The Vacuum Tube Wah Pedal
Copyright 2002 R.G. Keen. All rights reserved. No permission for local copies or serving from pages other than http://www.geofex.com.
|I've seen several implementations of a wah pedal with
vacuum tubes now. So far, they all use circuits with some problems to do
the bandpass filtering a wah needs, and none of them use the
tried-and-true variable gain/capacitance approach of the old Vox Wah.
I think this comes from a lack of understanding of how that circuit works. It's easy and simple to make a wah with almost any gain block in that configuration. No huge metal multiplate capacitors or multiple feedback filter circuits are needed.
So I designed up the following circuit to try it out. Be advised - I have not built this yet, so it must be considered experimental. However, I've simulated it six ways from Sunday, and can't find any flaws in it yet. I'd welcome someone trying it and reporting results.
Operation is exactly as described in "The Technology of Wah Pedals". The first 12AX7 section is set up as a gain stage. The second half is used as a cathode follower to isolate the first stage from loading and keep the gain high. The follower drives two loads: the output path through the 100K/10K divider and the 0.22uF cap to the output, and the feedback path through the 0.22uF cap, 100K wah pot, and IRF820 MOSFET.
The MOSFET is there just as an economy move. My experimentation has led me to believe that with few exceptions, you can't hear the difference between tube and MOSFET for the very limited case of cathode follower versus source follower. This lets you save one half-tube; in this case, there would be a whole additional tube needed. You could use a cathode follower if you like. The exact circuit will work.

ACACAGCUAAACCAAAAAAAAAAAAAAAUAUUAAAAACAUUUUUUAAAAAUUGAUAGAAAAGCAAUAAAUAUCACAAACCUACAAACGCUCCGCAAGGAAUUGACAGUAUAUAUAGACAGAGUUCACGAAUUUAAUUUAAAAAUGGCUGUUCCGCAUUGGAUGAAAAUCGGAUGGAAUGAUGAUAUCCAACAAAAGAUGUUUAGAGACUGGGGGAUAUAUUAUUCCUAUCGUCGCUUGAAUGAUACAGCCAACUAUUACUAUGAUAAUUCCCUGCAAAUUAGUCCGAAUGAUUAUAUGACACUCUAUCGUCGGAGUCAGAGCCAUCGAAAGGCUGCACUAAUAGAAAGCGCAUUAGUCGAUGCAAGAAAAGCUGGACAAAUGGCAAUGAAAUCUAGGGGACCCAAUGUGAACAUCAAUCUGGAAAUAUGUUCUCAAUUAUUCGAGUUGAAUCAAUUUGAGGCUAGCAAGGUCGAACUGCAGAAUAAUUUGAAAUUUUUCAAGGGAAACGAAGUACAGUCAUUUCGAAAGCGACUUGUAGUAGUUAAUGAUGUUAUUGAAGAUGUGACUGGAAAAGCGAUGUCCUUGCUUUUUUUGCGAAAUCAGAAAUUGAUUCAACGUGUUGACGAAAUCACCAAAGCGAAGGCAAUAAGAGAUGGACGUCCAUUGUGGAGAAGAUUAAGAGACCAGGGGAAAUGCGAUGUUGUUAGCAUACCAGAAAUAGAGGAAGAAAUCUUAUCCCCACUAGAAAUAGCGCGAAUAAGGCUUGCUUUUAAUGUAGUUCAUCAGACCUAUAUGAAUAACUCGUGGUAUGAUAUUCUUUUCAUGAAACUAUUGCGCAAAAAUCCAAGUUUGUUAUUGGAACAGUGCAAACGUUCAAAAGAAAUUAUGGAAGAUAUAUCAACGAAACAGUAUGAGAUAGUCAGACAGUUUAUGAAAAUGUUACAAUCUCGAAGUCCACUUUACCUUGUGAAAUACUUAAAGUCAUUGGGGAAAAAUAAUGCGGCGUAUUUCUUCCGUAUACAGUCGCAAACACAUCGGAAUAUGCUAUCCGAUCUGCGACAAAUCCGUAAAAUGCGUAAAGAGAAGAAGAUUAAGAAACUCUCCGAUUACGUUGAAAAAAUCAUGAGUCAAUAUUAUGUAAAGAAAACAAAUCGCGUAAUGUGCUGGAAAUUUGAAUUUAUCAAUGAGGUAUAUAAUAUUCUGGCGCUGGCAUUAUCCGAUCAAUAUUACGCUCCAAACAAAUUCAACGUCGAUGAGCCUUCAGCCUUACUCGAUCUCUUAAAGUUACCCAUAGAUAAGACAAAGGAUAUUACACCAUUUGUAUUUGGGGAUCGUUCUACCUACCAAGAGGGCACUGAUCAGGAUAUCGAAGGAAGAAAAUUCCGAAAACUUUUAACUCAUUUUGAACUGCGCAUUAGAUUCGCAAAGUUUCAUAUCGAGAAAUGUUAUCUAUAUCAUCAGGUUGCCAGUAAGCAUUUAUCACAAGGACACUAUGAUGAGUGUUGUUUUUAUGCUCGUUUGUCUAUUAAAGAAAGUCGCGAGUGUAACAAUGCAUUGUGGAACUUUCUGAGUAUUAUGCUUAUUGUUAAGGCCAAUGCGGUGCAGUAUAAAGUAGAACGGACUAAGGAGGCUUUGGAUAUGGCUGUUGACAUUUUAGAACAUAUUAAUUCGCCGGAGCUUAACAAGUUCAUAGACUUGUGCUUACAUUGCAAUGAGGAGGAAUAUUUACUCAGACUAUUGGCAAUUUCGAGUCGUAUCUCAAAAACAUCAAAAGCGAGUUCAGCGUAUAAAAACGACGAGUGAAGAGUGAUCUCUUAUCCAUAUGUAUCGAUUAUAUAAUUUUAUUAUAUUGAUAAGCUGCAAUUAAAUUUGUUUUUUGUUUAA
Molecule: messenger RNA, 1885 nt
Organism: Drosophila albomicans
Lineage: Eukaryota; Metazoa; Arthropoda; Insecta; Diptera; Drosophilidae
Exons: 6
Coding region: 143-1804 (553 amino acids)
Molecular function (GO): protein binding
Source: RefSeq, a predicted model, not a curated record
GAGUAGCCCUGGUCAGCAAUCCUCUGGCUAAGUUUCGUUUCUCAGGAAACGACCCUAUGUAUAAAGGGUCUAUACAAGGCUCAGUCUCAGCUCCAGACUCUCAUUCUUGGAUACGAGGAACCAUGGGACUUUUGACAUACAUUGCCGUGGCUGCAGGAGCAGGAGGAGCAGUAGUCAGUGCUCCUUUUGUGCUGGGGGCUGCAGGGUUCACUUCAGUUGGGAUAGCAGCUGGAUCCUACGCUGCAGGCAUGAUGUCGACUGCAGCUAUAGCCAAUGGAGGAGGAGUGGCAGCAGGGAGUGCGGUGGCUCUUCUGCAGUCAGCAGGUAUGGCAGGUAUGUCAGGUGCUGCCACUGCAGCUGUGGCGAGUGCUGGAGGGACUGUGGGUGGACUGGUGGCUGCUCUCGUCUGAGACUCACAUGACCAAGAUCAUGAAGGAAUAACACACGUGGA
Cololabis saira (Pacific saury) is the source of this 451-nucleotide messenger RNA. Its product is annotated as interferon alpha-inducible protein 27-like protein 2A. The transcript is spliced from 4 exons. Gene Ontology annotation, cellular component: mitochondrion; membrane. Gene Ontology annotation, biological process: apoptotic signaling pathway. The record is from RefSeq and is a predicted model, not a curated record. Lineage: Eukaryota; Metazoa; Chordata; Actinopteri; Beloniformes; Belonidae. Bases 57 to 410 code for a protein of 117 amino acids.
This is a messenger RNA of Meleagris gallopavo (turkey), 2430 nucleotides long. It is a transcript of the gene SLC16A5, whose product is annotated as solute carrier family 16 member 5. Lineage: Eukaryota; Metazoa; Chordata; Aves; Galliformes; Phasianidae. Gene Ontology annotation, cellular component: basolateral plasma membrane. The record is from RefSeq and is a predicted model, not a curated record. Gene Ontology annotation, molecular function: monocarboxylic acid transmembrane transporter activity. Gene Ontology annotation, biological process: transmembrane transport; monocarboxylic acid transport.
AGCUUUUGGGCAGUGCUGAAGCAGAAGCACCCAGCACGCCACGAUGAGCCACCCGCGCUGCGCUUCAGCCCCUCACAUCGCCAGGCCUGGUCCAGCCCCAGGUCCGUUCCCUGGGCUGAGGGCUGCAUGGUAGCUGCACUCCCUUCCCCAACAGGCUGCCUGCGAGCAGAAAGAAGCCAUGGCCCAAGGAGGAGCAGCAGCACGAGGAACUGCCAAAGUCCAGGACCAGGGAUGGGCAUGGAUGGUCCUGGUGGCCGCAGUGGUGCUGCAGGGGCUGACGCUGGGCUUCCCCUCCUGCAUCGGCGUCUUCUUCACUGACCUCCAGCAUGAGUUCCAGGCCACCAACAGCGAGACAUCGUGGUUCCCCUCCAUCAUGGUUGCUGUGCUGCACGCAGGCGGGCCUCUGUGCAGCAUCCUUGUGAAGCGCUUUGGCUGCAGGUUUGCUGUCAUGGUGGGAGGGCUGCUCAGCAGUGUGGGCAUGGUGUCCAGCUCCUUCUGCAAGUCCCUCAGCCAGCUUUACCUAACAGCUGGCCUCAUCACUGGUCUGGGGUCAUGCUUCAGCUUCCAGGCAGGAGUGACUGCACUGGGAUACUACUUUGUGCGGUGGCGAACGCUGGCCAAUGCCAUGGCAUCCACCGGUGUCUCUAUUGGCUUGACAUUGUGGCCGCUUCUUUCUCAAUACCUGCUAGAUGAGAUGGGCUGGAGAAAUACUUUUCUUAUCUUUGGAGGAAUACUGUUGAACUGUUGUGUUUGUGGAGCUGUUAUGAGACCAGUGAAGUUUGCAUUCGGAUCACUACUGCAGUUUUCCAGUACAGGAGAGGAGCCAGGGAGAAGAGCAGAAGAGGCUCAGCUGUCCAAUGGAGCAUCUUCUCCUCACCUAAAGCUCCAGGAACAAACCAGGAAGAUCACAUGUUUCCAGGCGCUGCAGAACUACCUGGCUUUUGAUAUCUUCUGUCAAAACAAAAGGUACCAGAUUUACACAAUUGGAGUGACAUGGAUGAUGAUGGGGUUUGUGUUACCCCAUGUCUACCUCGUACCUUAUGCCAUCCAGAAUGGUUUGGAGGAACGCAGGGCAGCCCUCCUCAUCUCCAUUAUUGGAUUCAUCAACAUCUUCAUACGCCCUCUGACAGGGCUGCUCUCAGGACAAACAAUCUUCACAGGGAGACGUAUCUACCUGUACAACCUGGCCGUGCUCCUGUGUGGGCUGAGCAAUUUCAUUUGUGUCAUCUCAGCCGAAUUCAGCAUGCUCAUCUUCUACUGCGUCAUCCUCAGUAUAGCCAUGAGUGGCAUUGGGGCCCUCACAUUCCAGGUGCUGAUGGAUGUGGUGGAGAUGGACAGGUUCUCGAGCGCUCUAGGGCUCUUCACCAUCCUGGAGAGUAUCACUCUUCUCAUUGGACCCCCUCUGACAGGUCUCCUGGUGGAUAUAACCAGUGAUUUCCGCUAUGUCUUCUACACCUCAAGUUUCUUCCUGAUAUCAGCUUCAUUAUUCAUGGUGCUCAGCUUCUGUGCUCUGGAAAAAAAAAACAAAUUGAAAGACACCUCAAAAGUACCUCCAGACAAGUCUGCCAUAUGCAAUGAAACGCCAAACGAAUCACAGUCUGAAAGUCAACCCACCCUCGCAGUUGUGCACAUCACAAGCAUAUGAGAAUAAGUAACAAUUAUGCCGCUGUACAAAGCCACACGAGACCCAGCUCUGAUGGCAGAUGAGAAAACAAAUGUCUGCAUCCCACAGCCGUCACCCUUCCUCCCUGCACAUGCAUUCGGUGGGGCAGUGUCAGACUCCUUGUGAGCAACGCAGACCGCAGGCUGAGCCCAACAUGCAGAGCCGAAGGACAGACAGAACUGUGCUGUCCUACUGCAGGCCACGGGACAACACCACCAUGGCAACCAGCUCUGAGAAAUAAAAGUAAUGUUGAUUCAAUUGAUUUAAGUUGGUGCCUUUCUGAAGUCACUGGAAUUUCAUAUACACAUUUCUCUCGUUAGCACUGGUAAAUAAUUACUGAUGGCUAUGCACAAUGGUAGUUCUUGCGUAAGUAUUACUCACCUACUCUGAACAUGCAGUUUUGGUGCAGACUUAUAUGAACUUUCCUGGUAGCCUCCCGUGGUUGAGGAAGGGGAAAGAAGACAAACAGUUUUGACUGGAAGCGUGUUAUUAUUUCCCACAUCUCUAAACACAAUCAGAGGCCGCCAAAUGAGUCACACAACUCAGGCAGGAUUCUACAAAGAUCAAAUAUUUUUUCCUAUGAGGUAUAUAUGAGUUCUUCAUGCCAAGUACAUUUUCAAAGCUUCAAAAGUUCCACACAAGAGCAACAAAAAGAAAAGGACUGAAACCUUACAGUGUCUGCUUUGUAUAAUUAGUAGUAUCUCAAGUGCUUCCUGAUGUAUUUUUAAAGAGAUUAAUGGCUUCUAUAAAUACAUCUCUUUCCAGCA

The MOSFET is biased by the DC on the cathode of the second 12AX7 section, and fed signal through the wah pot and 0.22uF capacitor. It buffers this variable amount of signal and couples it into the 10nF (0.01uF) capacitor and into the inductor. This forms a basic series resonant circuit. The resonant signal is fed back to the input through the 100K resistor to the grid of the first 12AX7 stage, and is mixed with the input signal which has its own 100K resistor.
No one who ever did circuit simulation and then had to build the circuit ever trusts simulators completely again. Feed a simulator a plausible set of stuff, and it may lie, lie, lie. However, after a few cycles of this, you learn how to feed a circuit simulator stuff that will lessen its ability to lie. That's what I'm going on here. You might have to bypass the 1.8K cathode resistor on the first stage, and also adjust the value of the 10nF resonance cap. The resonance is very sharp, and you might prefer it with a Q-lowering resistor strapped across the inductor. These are all tuning measures, and follow the guides laid out in "Technology of Way Pedals."
Since putting this article up, I've had email from people who did similar things. Turns out that the circuit will probably work fine, but the inductor will be very sensitive to hum. When I build my prototype, I'll do the following to control that:
Here's a suitable power supply. I get the main power transformer outside the chassis by using a 12Vac, 1/2A wall wart. This runs the 12V filament/heaters of the tube, and also powers a mini-transformer inside the chassis which runs backwards. The 12V "secondary" of the mini-power transformer gets 12Vac and steps it up to 120Vac to make the high voltage DC for the plate supply. The mini-transformer is a stock Mouser item, 12Vac @ 0.100A, about $2.75 each. 12Vac wall warts are wherever you find them.
Other than that, the power supply is utterly simplistic - full wave rectifier feeding a filter cap, then an R-C filtering network.
So - ya wanna build a tube-based wah pedal???